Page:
Two Oceans runners join sports science

19 April 2004

Comparing notes: Sports science student Janine Hugo (left) interviews Two Oceans half-marathoner Katie Schoeman, one of many athletes who have agreed to take part in a study on menstrual dysfunction and disordered eating patterns among women runners.

UCT sports scientists have taken a keen interest in the Two Oceans Marathon over the past 30 years, routinely casting their inquisitive eyes over athletes and the race itself.

The thousands of runners that take part in the event each year have served as rich source material for a host of studies by the MRC/UCT Research Unit for Exercise Science and Sports Medicine (ESSM) (and its UCT predecessors) for the three decades. "Two Oceans is the most studied race in the world, having generated no less than a score of scientific journal publications from studies over this period of time," said UCT's Tim Noakes, Discovery Health professor of exercise science and sports medicine. "Whilst the earlier studies in the '70s were very rudimentary, techniques have now become very specialised, allowing elaborate research to take place."

This year, just as ESSM formalised its relationship with the race, honour's student Janine Hugo launched a spin-off project to one of the earlier studies alluded to by Noakes - specifically one on menstrual dysfunction among elite women athletes. That contentious study - one of the earliest done on women athletes - found that menstrual dysfunction (irregular menstruation) among these runners was not merely the result of heavy training regimes, as many scientists were contesting at the time, but that it was also tied to past or current disordered eating patterns. These disordered eating patterns, explained Hugo's supervisor, Lisa Micklesfield, need not necessarily be diagnosed conditions such as bulimia and anorexia, but could be something as simple as a low-calorie intake that may not meet the body's demands.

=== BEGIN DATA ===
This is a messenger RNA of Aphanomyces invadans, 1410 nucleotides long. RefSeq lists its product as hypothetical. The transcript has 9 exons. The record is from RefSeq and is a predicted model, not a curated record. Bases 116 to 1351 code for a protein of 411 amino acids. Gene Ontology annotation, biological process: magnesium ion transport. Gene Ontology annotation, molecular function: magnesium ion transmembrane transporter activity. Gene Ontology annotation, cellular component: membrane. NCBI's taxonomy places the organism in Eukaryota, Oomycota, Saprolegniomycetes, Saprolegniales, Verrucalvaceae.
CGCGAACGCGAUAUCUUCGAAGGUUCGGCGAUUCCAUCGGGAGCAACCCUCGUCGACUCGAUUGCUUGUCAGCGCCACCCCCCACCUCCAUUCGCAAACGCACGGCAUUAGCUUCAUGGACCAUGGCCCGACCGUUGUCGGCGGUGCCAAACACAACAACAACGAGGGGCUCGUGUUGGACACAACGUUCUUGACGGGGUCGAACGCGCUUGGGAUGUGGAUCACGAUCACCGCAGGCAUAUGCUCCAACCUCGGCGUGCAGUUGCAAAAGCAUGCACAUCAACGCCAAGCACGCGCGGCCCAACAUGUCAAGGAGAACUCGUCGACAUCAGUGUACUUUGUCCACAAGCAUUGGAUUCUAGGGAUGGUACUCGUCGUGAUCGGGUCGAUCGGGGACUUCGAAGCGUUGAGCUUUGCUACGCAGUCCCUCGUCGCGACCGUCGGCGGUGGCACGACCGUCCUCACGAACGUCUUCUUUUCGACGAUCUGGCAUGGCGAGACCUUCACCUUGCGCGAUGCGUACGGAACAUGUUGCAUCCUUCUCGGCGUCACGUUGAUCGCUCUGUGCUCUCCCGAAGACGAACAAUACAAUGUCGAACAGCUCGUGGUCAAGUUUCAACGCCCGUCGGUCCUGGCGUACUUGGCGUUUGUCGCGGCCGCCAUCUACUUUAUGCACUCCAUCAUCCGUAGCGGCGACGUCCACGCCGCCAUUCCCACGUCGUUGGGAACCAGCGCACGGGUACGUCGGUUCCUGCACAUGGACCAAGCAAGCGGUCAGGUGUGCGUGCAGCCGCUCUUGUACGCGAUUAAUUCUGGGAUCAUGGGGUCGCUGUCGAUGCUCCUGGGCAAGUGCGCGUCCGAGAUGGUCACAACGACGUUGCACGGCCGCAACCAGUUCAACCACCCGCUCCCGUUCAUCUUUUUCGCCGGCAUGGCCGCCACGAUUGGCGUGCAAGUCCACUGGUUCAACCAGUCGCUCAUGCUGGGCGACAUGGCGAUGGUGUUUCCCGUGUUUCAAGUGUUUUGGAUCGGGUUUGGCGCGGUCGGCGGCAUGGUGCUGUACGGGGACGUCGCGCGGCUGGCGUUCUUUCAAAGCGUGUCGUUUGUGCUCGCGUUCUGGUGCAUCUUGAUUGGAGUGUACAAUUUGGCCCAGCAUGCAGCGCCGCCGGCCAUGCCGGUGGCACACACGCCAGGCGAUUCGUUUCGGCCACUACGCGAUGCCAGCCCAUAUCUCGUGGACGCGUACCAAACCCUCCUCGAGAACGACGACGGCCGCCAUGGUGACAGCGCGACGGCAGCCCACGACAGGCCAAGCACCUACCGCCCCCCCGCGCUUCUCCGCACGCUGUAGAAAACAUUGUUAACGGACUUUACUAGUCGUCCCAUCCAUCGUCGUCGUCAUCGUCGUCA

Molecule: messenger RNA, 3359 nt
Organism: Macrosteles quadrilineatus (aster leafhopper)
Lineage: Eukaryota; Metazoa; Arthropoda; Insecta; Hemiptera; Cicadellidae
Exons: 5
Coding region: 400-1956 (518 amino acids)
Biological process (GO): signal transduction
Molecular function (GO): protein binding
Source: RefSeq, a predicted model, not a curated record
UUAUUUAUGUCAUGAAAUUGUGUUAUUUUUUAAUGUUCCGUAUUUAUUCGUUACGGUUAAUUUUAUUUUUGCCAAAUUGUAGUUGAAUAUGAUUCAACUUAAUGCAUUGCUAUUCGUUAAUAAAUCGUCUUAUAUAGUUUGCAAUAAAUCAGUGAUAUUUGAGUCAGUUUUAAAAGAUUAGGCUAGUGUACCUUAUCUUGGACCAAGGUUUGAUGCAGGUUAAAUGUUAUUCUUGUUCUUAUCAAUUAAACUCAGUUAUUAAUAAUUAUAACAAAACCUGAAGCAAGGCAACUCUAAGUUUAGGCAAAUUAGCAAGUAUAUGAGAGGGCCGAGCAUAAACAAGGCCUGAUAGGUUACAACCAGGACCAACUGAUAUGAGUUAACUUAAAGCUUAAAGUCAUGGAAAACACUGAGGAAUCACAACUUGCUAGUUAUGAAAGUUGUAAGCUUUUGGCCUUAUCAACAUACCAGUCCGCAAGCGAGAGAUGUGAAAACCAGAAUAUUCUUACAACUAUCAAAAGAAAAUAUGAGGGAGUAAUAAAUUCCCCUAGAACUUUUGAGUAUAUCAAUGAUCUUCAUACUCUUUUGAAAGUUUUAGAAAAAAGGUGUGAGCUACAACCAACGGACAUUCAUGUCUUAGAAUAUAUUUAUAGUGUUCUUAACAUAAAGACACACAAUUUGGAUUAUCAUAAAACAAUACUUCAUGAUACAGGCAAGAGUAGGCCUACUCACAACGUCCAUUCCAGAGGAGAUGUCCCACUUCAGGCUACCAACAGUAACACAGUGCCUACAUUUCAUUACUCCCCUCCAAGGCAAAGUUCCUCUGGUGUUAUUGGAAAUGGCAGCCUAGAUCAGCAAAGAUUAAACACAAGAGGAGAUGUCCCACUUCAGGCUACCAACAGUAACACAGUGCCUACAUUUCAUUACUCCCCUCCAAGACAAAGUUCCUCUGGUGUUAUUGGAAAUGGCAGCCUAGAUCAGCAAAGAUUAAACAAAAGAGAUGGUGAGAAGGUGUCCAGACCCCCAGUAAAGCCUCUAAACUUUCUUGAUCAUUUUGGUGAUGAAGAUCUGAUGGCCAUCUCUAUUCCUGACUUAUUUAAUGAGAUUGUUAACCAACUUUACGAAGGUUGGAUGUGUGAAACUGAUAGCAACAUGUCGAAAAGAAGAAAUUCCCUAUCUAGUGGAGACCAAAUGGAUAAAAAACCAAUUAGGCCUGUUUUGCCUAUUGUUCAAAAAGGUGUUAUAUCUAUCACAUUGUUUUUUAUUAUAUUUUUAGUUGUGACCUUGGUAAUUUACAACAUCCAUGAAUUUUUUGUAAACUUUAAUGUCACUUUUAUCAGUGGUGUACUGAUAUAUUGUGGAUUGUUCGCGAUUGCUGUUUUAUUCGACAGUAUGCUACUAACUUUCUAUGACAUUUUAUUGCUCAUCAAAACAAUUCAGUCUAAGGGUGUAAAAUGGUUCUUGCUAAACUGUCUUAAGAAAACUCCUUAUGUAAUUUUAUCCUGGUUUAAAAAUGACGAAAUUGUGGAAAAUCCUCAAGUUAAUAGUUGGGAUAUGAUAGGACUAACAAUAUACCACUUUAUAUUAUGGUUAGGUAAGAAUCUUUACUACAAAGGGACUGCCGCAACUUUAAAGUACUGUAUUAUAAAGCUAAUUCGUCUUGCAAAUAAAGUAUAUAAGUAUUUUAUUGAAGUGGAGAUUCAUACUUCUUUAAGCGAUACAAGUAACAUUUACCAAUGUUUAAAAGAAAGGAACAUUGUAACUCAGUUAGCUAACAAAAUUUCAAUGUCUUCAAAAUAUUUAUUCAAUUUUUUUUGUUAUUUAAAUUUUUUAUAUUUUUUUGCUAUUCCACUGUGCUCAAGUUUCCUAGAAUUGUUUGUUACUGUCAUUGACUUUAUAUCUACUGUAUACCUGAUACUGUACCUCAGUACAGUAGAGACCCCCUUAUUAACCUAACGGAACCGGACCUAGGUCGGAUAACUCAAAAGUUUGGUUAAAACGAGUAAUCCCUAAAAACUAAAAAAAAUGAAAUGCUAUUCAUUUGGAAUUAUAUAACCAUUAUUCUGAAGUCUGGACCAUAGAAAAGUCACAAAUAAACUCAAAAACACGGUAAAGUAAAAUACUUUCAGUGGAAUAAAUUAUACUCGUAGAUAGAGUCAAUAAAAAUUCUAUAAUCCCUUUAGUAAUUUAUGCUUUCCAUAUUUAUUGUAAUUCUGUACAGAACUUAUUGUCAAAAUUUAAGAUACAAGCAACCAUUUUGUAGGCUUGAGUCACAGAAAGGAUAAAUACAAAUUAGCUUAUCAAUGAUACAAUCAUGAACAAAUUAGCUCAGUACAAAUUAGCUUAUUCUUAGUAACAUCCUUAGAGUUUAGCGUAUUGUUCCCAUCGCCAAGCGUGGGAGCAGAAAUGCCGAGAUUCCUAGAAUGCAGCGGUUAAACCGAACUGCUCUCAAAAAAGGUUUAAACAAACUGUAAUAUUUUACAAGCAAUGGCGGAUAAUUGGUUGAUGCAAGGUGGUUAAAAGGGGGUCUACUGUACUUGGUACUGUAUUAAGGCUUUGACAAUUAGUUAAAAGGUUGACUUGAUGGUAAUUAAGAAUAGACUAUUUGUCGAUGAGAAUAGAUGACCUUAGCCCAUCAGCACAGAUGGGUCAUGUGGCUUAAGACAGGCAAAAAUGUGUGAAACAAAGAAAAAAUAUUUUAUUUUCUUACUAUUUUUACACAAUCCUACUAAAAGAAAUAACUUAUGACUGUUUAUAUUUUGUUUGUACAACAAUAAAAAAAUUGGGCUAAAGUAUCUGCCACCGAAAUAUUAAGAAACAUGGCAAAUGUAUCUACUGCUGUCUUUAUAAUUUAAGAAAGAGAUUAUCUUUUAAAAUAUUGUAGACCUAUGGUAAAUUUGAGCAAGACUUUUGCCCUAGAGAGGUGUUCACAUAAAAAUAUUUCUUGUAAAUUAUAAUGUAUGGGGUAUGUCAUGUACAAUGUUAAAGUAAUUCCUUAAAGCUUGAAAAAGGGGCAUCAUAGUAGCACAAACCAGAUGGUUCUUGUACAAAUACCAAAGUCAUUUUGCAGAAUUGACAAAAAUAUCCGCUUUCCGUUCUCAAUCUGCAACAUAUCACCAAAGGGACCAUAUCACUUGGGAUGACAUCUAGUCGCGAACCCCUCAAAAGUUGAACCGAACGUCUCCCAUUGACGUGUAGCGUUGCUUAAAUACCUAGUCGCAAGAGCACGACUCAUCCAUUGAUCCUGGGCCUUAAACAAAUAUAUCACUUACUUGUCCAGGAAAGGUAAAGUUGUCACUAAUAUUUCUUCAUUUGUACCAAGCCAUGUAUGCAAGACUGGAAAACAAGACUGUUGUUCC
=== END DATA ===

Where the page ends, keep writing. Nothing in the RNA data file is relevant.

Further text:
While previous research had concentrated solely on elite athletes, Hugo and Micklesfield are including recreational runners in their new project. They will be investigating the incidence of menstrual dysfunction and disordered eating patterns in female ultra-marathon runners compared to those competing in the half-marathon. They will also see if there are any ethnic differences associated with these conditions.

During this year's Two Oceans registration, Hugo, Micklesfield and a band of other ESSM students signed up as many of the event's about 5 300 women runners as they could for the study. They then took volunteers through a spot questionnaire that covered topics such as training routines (how often and how long), the women's perceptions of their bodies, and menstrual history. Contrary to her fears - that only a scattering would be interested or keen to talk about, at times, very personal subjects - Hugo found that women were very willing to take part in the study, and very forthcoming with information. "I must say, the women have been very responsive and very helpful," she noted.

Follow-up interviews, to be conducted a month or so after the race, will tackle the same issues, only in much more detail, says Hugo. In addition, this second round of questions will also look at the link between disordered eating patterns and bone mineral density, another project to be run by Micklesfield, whose recently-completed PhD was on physical activity and bone health through the various life stages.

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